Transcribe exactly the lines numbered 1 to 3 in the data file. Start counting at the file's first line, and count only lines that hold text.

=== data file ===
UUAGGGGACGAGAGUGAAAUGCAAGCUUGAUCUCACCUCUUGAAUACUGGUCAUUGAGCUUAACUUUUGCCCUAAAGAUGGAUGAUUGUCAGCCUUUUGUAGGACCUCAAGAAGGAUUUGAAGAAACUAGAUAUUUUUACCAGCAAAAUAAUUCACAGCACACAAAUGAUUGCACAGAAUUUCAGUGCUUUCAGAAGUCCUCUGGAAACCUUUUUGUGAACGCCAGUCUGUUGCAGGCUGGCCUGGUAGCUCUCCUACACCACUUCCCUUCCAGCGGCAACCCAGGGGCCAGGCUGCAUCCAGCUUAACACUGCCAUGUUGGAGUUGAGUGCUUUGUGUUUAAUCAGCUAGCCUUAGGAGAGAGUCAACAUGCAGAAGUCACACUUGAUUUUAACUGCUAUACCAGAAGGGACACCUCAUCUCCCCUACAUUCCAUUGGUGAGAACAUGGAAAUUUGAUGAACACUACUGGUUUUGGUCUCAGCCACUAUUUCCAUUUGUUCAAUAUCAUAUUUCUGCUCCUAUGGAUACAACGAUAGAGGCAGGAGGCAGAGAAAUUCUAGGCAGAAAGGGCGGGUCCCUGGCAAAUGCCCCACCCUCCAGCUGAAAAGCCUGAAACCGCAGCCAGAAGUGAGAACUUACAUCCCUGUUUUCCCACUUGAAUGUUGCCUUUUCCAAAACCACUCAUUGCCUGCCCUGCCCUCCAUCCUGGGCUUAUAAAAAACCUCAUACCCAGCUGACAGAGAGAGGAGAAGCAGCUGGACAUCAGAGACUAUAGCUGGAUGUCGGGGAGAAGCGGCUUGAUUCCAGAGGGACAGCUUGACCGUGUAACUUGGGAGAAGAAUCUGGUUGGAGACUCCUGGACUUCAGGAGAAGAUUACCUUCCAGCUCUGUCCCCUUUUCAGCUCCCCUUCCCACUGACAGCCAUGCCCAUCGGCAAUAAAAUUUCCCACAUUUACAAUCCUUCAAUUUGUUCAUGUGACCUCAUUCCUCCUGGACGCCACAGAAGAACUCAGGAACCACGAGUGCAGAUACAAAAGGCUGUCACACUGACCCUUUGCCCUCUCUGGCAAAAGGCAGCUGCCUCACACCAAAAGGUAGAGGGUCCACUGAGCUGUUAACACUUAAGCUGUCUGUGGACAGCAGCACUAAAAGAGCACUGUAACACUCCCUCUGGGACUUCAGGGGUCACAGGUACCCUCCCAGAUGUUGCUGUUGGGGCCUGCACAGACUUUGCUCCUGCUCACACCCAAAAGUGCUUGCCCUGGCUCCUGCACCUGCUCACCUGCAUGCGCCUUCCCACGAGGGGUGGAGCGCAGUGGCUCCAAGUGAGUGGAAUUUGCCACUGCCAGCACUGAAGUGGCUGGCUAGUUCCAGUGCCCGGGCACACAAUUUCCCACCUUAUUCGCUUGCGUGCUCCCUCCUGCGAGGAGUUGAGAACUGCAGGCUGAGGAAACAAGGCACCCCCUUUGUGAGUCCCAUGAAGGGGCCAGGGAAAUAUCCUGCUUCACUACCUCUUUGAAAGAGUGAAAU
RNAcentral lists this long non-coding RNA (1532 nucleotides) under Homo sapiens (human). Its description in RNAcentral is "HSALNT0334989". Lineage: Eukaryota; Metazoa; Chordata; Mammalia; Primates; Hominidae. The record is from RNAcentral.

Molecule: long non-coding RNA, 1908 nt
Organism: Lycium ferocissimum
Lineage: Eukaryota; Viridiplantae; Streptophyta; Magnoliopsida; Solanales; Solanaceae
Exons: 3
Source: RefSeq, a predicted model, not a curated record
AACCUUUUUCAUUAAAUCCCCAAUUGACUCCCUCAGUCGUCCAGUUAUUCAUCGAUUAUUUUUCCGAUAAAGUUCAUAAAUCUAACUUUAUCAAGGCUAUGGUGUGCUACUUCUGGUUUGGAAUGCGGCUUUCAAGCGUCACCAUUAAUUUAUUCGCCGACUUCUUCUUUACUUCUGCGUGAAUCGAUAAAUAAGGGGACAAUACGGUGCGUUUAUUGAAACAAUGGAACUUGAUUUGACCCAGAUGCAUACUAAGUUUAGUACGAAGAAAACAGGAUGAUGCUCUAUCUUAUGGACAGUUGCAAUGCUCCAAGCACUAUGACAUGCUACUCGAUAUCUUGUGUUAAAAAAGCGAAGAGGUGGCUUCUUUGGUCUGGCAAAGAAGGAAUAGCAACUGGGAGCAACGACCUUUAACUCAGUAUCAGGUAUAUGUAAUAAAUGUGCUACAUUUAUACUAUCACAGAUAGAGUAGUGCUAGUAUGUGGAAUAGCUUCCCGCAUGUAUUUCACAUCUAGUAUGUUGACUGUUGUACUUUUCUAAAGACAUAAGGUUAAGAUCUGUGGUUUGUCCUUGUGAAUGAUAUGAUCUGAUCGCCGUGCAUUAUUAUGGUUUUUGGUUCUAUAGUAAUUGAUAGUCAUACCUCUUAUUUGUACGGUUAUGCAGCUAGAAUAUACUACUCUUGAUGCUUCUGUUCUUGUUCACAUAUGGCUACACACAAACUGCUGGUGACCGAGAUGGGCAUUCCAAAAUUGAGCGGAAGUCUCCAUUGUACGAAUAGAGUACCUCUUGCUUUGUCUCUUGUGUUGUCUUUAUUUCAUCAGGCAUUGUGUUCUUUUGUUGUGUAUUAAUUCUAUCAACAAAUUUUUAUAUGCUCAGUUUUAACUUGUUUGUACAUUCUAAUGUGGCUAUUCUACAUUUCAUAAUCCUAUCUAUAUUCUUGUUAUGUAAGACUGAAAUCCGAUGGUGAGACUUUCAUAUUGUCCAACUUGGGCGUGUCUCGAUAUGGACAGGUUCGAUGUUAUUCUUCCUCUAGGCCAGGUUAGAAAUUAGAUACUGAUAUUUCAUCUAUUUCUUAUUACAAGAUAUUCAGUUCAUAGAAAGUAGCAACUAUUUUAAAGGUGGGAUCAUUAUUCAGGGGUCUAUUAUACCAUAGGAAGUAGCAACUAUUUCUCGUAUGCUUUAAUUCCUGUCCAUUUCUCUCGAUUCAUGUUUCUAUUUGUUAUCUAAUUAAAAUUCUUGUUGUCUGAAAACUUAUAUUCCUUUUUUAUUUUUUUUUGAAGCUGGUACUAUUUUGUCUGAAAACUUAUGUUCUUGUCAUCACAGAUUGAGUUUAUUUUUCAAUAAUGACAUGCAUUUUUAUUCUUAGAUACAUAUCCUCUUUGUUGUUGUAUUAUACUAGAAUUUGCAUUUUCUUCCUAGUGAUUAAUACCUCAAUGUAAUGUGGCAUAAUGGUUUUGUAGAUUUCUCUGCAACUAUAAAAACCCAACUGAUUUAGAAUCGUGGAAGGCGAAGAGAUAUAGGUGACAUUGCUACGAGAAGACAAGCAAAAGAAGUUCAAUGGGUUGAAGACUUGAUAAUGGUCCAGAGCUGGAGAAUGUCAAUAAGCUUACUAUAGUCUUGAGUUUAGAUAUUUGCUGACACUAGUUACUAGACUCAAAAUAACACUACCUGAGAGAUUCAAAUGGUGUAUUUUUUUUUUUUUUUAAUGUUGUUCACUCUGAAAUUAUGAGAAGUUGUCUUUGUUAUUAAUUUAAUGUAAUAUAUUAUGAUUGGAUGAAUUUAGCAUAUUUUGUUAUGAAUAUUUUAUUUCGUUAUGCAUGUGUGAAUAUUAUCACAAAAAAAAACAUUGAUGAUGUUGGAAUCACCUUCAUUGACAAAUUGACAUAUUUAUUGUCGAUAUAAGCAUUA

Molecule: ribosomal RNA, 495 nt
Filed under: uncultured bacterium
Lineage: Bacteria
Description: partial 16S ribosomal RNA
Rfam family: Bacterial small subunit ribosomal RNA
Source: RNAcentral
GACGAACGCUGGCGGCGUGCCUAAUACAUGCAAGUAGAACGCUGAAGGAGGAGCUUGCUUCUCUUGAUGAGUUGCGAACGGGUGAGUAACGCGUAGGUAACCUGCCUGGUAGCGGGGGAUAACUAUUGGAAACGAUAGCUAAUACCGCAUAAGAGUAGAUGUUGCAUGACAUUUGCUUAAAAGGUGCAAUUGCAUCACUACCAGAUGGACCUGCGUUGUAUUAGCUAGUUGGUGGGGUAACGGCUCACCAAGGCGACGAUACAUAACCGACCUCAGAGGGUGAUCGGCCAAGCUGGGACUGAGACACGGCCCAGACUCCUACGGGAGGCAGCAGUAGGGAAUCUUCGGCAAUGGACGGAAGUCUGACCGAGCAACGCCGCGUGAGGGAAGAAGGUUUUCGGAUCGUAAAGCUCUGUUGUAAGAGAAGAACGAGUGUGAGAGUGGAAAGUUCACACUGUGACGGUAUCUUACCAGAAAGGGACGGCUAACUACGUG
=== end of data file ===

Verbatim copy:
UUAGGGGACGAGAGUGAAAUGCAAGCUUGAUCUCACCUCUUGAAUACUGGUCAUUGAGCUUAACUUUUGCCCUAAAGAUGGAUGAUUGUCAGCCUUUUGUAGGACCUCAAGAAGGAUUUGAAGAAACUAGAUAUUUUUACCAGCAAAAUAAUUCACAGCACACAAAUGAUUGCACAGAAUUUCAGUGCUUUCAGAAGUCCUCUGGAAACCUUUUUGUGAACGCCAGUCUGUUGCAGGCUGGCCUGGUAGCUCUCCUACACCACUUCCCUUCCAGCGGCAACCCAGGGGCCAGGCUGCAUCCAGCUUAACACUGCCAUGUUGGAGUUGAGUGCUUUGUGUUUAAUCAGCUAGCCUUAGGAGAGAGUCAACAUGCAGAAGUCACACUUGAUUUUAACUGCUAUACCAGAAGGGACACCUCAUCUCCCCUACAUUCCAUUGGUGAGAACAUGGAAAUUUGAUGAACACUACUGGUUUUGGUCUCAGCCACUAUUUCCAUUUGUUCAAUAUCAUAUUUCUGCUCCUAUGGAUACAACGAUAGAGGCAGGAGGCAGAGAAAUUCUAGGCAGAAAGGGCGGGUCCCUGGCAAAUGCCCCACCCUCCAGCUGAAAAGCCUGAAACCGCAGCCAGAAGUGAGAACUUACAUCCCUGUUUUCCCACUUGAAUGUUGCCUUUUCCAAAACCACUCAUUGCCUGCCCUGCCCUCCAUCCUGGGCUUAUAAAAAACCUCAUACCCAGCUGACAGAGAGAGGAGAAGCAGCUGGACAUCAGAGACUAUAGCUGGAUGUCGGGGAGAAGCGGCUUGAUUCCAGAGGGACAGCUUGACCGUGUAACUUGGGAGAAGAAUCUGGUUGGAGACUCCUGGACUUCAGGAGAAGAUUACCUUCCAGCUCUGUCCCCUUUUCAGCUCCCCUUCCCACUGACAGCCAUGCCCAUCGGCAAUAAAAUUUCCCACAUUUACAAUCCUUCAAUUUGUUCAUGUGACCUCAUUCCUCCUGGACGCCACAGAAGAACUCAGGAACCACGAGUGCAGAUACAAAAGGCUGUCACACUGACCCUUUGCCCUCUCUGGCAAAAGGCAGCUGCCUCACACCAAAAGGUAGAGGGUCCACUGAGCUGUUAACACUUAAGCUGUCUGUGGACAGCAGCACUAAAAGAGCACUGUAACACUCCCUCUGGGACUUCAGGGGUCACAGGUACCCUCCCAGAUGUUGCUGUUGGGGCCUGCACAGACUUUGCUCCUGCUCACACCCAAAAGUGCUUGCCCUGGCUCCUGCACCUGCUCACCUGCAUGCGCCUUCCCACGAGGGGUGGAGCGCAGUGGCUCCAAGUGAGUGGAAUUUGCCACUGCCAGCACUGAAGUGGCUGGCUAGUUCCAGUGCCCGGGCACACAAUUUCCCACCUUAUUCGCUUGCGUGCUCCCUCCUGCGAGGAGUUGAGAACUGCAGGCUGAGGAAACAAGGCACCCCCUUUGUGAGUCCCAUGAAGGGGCCAGGGAAAUAUCCUGCUUCACUACCUCUUUGAAAGAGUGAAAU
RNAcentral lists this long non-coding RNA (1532 nucleotides) under Homo sapiens (human). Its description in RNAcentral is "HSALNT0334989". Lineage: Eukaryota; Metazoa; Chordata; Mammalia; Primates; Hominidae. The record is from RNAcentral.

Molecule: long non-coding RNA, 1908 nt